The water bowser is very busy as many of the troughs are now empty and not re-filling owing to the continues freeze. We also have to keep heaters on overnight to stop the bowser freezing up in the workshop.

Forecasters predict a slight thaw tomorrow, before returning to colder temperatures. We will see.

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a you tube surprise

Just been sent this on email, it is marvellous so had to share it. It momentarily transports us from the struggles of keeping farm animals in icy temperatures.


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sloe beef

We sent a bullock away this morning to the abattoir, sold to the local butcher, and on the way back to the field the remaining beef cattle stopped and gorged themselves on sloe berries. It was really hard to persuade them to move the final 20 yards to the field.

It sounds lovely, the cattle foraging on autumn berries, however as sloes grow on blackthorn there is a darker side to this tale. If you look carefully in the picture it is possible to see the blackthorns sticking out amongst the berries.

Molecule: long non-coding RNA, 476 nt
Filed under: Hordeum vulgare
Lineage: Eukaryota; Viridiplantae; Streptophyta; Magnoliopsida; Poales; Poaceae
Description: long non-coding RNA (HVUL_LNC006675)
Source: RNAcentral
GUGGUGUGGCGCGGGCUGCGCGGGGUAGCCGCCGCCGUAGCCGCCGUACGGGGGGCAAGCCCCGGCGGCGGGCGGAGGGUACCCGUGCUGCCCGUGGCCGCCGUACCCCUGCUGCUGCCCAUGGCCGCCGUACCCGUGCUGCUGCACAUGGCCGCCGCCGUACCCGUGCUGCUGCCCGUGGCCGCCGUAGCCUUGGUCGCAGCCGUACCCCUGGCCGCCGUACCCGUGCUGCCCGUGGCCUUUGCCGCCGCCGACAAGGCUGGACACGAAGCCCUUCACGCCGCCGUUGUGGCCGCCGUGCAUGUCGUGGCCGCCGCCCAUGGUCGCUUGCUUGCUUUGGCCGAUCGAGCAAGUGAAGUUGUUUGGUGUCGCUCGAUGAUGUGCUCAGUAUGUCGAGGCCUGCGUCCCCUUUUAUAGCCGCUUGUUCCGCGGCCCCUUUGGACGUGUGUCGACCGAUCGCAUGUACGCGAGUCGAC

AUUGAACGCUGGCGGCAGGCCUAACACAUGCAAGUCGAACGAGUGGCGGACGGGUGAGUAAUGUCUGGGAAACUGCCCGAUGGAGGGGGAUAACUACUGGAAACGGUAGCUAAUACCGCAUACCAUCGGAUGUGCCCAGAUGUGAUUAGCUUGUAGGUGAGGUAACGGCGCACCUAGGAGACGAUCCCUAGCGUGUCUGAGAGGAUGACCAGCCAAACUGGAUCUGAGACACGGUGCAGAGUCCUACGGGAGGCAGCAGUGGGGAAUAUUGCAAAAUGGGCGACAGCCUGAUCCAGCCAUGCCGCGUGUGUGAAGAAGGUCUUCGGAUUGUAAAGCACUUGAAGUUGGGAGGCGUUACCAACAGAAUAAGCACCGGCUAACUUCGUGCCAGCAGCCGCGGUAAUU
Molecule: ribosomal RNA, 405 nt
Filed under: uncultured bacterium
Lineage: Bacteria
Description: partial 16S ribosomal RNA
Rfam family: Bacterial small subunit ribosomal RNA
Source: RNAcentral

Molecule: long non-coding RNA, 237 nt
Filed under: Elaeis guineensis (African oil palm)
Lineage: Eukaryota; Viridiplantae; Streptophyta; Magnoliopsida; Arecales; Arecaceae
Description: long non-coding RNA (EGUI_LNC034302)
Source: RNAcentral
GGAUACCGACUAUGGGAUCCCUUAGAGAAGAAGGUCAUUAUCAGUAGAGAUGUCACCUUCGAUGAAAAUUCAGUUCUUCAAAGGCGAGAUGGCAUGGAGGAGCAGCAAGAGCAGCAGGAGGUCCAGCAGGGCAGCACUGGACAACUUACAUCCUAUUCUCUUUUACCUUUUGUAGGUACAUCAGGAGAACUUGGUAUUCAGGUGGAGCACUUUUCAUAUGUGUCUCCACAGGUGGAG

Berries and thorns

Many thanks to for their excellent photograph which illustrates today’s blog.

Two years ago, over a period of two months, we had three cattle go down with a very rare illness – woodentongue. It is easily treated with antibiotics and caused when a particular strain of bacterium enters the mouth causing the tongue to swell and harden just like wood. If affected, the cattle are in great pain, have difficulty eating and drinking, and lose condition rapidly.  If not spotted quickly it can easily become fatal.

I was lucky in a way as I had come across it once before. When the second and third cases appeared, a few days apart, about six weeks after the first case, I did contact the vet and we agreed he should come if we had a fourth case, as this was right at the heart of the bluetongue epidemic.